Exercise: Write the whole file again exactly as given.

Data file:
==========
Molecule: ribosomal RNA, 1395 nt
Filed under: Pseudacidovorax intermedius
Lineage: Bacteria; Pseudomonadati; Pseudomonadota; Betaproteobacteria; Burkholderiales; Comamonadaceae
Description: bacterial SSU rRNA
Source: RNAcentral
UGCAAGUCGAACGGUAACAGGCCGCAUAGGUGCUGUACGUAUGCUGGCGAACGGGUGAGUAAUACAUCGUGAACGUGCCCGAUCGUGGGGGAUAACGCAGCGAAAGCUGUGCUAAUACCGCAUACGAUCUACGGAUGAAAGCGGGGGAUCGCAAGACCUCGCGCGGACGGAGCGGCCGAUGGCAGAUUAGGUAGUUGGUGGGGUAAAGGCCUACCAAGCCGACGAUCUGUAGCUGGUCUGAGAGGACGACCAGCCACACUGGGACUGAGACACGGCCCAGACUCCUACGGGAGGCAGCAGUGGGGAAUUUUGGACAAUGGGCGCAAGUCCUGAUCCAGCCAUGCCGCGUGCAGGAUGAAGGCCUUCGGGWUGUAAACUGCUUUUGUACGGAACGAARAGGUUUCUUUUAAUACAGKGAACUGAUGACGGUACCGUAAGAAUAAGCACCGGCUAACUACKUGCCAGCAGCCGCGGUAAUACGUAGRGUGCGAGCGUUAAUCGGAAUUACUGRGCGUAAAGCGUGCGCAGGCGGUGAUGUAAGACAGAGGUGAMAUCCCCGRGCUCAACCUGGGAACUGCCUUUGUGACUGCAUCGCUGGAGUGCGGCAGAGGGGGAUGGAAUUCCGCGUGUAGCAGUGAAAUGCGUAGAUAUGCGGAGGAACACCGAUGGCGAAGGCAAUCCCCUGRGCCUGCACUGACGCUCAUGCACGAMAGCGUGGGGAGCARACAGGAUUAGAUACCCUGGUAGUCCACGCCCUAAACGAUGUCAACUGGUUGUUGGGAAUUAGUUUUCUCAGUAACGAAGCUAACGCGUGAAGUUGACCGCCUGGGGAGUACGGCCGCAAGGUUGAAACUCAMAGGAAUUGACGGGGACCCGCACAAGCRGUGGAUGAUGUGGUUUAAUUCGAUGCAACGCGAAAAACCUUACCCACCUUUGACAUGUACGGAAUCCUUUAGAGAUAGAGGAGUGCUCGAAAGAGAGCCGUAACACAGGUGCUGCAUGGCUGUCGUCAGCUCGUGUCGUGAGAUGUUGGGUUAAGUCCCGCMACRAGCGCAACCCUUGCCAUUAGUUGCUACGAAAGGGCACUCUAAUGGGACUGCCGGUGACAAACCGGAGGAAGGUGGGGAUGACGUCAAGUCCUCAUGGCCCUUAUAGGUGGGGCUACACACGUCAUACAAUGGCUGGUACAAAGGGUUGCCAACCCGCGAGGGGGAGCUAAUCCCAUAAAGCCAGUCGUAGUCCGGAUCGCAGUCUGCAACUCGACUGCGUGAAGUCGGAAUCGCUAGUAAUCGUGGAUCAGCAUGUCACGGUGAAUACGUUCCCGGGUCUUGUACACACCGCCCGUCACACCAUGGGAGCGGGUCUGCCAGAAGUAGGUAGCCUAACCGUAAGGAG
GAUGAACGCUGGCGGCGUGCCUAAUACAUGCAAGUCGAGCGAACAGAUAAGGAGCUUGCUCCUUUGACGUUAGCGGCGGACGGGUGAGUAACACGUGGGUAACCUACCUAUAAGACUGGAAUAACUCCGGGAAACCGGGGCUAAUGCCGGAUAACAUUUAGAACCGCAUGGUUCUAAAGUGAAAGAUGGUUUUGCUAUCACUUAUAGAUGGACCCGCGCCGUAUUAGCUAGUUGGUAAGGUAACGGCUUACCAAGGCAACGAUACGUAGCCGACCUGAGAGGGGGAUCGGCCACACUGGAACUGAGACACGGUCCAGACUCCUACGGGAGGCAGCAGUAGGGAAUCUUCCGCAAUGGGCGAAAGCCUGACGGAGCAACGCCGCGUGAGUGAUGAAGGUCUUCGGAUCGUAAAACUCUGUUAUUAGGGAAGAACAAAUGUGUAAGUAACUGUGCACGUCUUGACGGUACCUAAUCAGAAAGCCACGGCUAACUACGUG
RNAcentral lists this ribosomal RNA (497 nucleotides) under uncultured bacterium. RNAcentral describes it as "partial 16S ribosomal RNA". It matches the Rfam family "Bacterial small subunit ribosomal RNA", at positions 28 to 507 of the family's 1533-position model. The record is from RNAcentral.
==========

Molecule: ribosomal RNA, 1395 nt
Filed under: Pseudacidovorax intermedius
Lineage: Bacteria; Pseudomonadati; Pseudomonadota; Betaproteobacteria; Burkholderiales; Comamonadaceae
Description: bacterial SSU rRNA
Source: RNAcentral
UGCAAGUCGAACGGUAACAGGCCGCAUAGGUGCUGUACGUAUGCUGGCGAACGGGUGAGUAAUACAUCGUGAACGUGCCCGAUCGUGGGGGAUAACGCAGCGAAAGCUGUGCUAAUACCGCAUACGAUCUACGGAUGAAAGCGGGGGAUCGCAAGACCUCGCGCGGACGGAGCGGCCGAUGGCAGAUUAGGUAGUUGGUGGGGUAAAGGCCUACCAAGCCGACGAUCUGUAGCUGGUCUGAGAGGACGACCAGCCACACUGGGACUGAGACACGGCCCAGACUCCUACGGGAGGCAGCAGUGGGGAAUUUUGGACAAUGGGCGCAAGUCCUGAUCCAGCCAUGCCGCGUGCAGGAUGAAGGCCUUCGGGWUGUAAACUGCUUUUGUACGGAACGAARAGGUUUCUUUUAAUACAGKGAACUGAUGACGGUACCGUAAGAAUAAGCACCGGCUAACUACKUGCCAGCAGCCGCGGUAAUACGUAGRGUGCGAGCGUUAAUCGGAAUUACUGRGCGUAAAGCGUGCGCAGGCGGUGAUGUAAGACAGAGGUGAMAUCCCCGRGCUCAACCUGGGAACUGCCUUUGUGACUGCAUCGCUGGAGUGCGGCAGAGGGGGAUGGAAUUCCGCGUGUAGCAGUGAAAUGCGUAGAUAUGCGGAGGAACACCGAUGGCGAAGGCAAUCCCCUGRGCCUGCACUGACGCUCAUGCACGAMAGCGUGGGGAGCARACAGGAUUAGAUACCCUGGUAGUCCACGCCCUAAACGAUGUCAACUGGUUGUUGGGAAUUAGUUUUCUCAGUAACGAAGCUAACGCGUGAAGUUGACCGCCUGGGGAGUACGGCCGCAAGGUUGAAACUCAMAGGAAUUGACGGGGACCCGCACAAGCRGUGGAUGAUGUGGUUUAAUUCGAUGCAACGCGAAAAACCUUACCCACCUUUGACAUGUACGGAAUCCUUUAGAGAUAGAGGAGUGCUCGAAAGAGAGCCGUAACACAGGUGCUGCAUGGCUGUCGUCAGCUCGUGUCGUGAGAUGUUGGGUUAAGUCCCGCMACRAGCGCAACCCUUGCCAUUAGUUGCUACGAAAGGGCACUCUAAUGGGACUGCCGGUGACAAACCGGAGGAAGGUGGGGAUGACGUCAAGUCCUCAUGGCCCUUAUAGGUGGGGCUACACACGUCAUACAAUGGCUGGUACAAAGGGUUGCCAACCCGCGAGGGGGAGCUAAUCCCAUAAAGCCAGUCGUAGUCCGGAUCGCAGUCUGCAACUCGACUGCGUGAAGUCGGAAUCGCUAGUAAUCGUGGAUCAGCAUGUCACGGUGAAUACGUUCCCGGGUCUUGUACACACCGCCCGUCACACCAUGGGAGCGGGUCUGCCAGAAGUAGGUAGCCUAACCGUAAGGAG
GAUGAACGCUGGCGGCGUGCCUAAUACAUGCAAGUCGAGCGAACAGAUAAGGAGCUUGCUCCUUUGACGUUAGCGGCGGACGGGUGAGUAACACGUGGGUAACCUACCUAUAAGACUGGAAUAACUCCGGGAAACCGGGGCUAAUGCCGGAUAACAUUUAGAACCGCAUGGUUCUAAAGUGAAAGAUGGUUUUGCUAUCACUUAUAGAUGGACCCGCGCCGUAUUAGCUAGUUGGUAAGGUAACGGCUUACCAAGGCAACGAUACGUAGCCGACCUGAGAGGGGGAUCGGCCACACUGGAACUGAGACACGGUCCAGACUCCUACGGGAGGCAGCAGUAGGGAAUCUUCCGCAAUGGGCGAAAGCCUGACGGAGCAACGCCGCGUGAGUGAUGAAGGUCUUCGGAUCGUAAAACUCUGUUAUUAGGGAAGAACAAAUGUGUAAGUAACUGUGCACGUCUUGACGGUACCUAAUCAGAAAGCCACGGCUAACUACGUG
RNAcentral lists this ribosomal RNA (497 nucleotides) under uncultured bacterium. RNAcentral describes it as "partial 16S ribosomal RNA". It matches the Rfam family "Bacterial small subunit ribosomal RNA", at positions 28 to 507 of the family's 1533-position model. The record is from RNAcentral.